The claimant in this case, Mr Stott, had booked with Thomas Cook to fly to Zante and had telephoned their helpline to ask and advise that he paid to sit next to his wife so that she could assist him during the flight. He was assured that they would be seated together. However, when they arrived at check-in, they were told that it would not be possible. Upon boarding the aircraft, Mr Stott's wheelchair overturned but he didn't receive appropriate assistance. He was then seated in front of his wife, which made it difficult for her to assist him. Relying on European law [Civil Aviation (Access to Air Travel for Disabled Persons and Persons with Reduced Mobility) Regulations 2007] Mr Stott argued that Thomas Cook were in breach of its duty in their efforts to give his wife a seat next to him. The judge accepted that they had breached their duty, but that unfortunately the regulations, which are part of European law, were incompatible with the more powerful International treaty [Montréal Convention for the Unification of Certain Rules for International Carriage by Air 1999}. Consequently, the judge was unable to make an award of damages because the Montréal Convention permits an award of damages, only in very specific and defined circumstances, which would not include this disability discrimination and hurt to his feelings.
Hearing the case, the Supreme Court concluded that the Montréal Convention was indeed the piece of law that trumped all others in respect of an event which occurred on an aircraft, between embarkation and disembarkation, in the course of aviation transport. Once the Montréal Convention is the governing law, the court in England (and Europe) cannot look beyond that to other pieces of legislation, which are not international. To provide a remedy on the basis of current law is impossible. It would need the Convention to be amended.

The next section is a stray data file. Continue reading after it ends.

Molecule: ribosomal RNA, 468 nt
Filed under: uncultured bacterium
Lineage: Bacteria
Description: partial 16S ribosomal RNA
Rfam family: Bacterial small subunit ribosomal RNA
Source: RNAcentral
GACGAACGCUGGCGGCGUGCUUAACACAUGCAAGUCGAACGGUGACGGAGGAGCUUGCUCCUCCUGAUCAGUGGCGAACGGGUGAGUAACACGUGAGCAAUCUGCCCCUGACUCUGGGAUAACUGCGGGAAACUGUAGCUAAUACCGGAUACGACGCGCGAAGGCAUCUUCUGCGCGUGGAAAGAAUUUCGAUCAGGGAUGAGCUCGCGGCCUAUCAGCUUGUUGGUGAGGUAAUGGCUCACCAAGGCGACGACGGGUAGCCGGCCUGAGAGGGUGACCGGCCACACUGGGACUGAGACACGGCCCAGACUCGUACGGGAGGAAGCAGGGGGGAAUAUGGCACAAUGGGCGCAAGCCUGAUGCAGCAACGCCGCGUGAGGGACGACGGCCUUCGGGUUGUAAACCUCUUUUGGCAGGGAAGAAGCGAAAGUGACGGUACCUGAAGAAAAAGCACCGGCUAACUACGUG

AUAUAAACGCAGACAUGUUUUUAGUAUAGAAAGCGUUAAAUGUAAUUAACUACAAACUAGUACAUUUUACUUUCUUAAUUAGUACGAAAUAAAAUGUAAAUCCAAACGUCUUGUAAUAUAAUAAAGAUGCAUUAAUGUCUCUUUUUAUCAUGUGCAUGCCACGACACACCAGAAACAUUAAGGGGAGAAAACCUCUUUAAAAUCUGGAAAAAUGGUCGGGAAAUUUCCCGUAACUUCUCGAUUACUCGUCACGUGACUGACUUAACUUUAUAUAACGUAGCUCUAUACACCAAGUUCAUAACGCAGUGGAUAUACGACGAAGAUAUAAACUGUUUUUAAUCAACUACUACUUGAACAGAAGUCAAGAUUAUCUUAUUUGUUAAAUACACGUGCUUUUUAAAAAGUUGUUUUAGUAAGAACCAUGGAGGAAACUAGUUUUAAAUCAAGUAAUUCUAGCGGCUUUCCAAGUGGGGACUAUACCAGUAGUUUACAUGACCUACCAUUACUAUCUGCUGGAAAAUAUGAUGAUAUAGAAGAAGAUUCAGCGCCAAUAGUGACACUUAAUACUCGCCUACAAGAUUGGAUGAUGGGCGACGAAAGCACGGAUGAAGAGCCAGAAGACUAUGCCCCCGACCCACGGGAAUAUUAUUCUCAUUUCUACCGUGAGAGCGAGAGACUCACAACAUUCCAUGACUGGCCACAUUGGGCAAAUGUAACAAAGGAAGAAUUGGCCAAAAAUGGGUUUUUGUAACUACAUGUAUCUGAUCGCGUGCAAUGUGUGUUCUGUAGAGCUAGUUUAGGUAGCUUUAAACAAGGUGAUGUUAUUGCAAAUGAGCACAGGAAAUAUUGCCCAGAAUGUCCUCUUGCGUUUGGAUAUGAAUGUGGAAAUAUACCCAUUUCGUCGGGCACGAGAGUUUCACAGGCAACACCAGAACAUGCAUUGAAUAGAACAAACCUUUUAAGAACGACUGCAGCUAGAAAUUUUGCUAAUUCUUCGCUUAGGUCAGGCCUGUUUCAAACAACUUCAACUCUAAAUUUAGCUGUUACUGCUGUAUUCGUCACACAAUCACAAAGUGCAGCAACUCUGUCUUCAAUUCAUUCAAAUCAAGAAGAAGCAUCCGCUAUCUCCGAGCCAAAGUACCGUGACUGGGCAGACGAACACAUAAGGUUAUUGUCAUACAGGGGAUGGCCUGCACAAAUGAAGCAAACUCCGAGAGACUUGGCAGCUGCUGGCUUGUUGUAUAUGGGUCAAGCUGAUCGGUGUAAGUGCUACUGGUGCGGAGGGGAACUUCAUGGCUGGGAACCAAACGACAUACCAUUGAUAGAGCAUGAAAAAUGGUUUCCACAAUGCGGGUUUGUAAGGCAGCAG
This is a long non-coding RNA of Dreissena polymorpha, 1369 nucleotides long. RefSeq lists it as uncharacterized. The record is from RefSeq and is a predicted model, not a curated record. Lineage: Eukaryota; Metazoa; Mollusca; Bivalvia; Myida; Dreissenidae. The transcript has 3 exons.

The Supreme Court held that the claim for damages for failing to properly provide for the needs of the disabled passenger was not envisaged by the convention, but because it occurred in the course of aviation travel, which the convention covers. The convention being intended to deal comprehensively with the liability of the air carrier for anything that physically might happen to passengers between embarkation and disembarkation, was not open to the court to find a way round the convention for this claimant. They agreed that it seemed unfair that Mr Stott or somebody like him who suffered ill-treatment of the kind, should be denied compensation and the fact that they had declared the air carrier in breach, was a small comfort. The underlying problem, however, is that the predecessor of the Montréal Convention, which was the Warsaw Convention dating back to the 1920s, long predated equality law and therefore this type of situation was never envisaged in the original drafting. The Supreme Court said that there was a good argument to say the convention should now be amended to take into account the development of equality rights, but any amendment would have to be agreed by all of the contracting parties internationally.
The Montréal Convention requires revisiting. Because of its antiquated origins, it is out of touch with modern society. Not only excluding appropriate remedies in respect of disabled passengers, even where (as in this case) the court identifies that the carrier has treated the passenger inappropriately, but it also excludes claims in respect of the sort of psychological harm, which has long been recognised medically. It provides an exclusive remedy, that in failing to address issues which are excluded from the convention, it provides no remedy at all and denies access to justice for various classes of genuine claimants to suffer a genuine wrong. It is surely time for this piece of legislation to be given a complete overhaul. The origins of the Montréal Convention are almost 100 years old. In this time, travel has expanded and increased beyond measure and society has developed an increasing sophistication with regard to psychiatric injury and human rights in general. An international convention which excludes a remedy to genuinely affected individuals, is not worth the paper it is written on. This is definitely something we should lobby politicians to revisit.
For Mr Stott, it is scant comfort for the Supreme Court and the courts lower down, to confirm that he has been inappropriately treated. The airlines will know that they are untouchable in law, however inappropriately they may treat disabled people or people with reduced mobility. One thing that is clear in other aspects of personal injury law, whether this relates to employers liability or clinical negligence, is the increase in safety for the public and an awareness, before accidents happen, as people are aware that negligent mistakes will be actioned, making processes such as risk assessments, essential. The absence of any effective sanction, which is the effect that this judgement has had where the airlines are concerned, is a disincentive for them to treat such passengers with appropriate respect and consideration.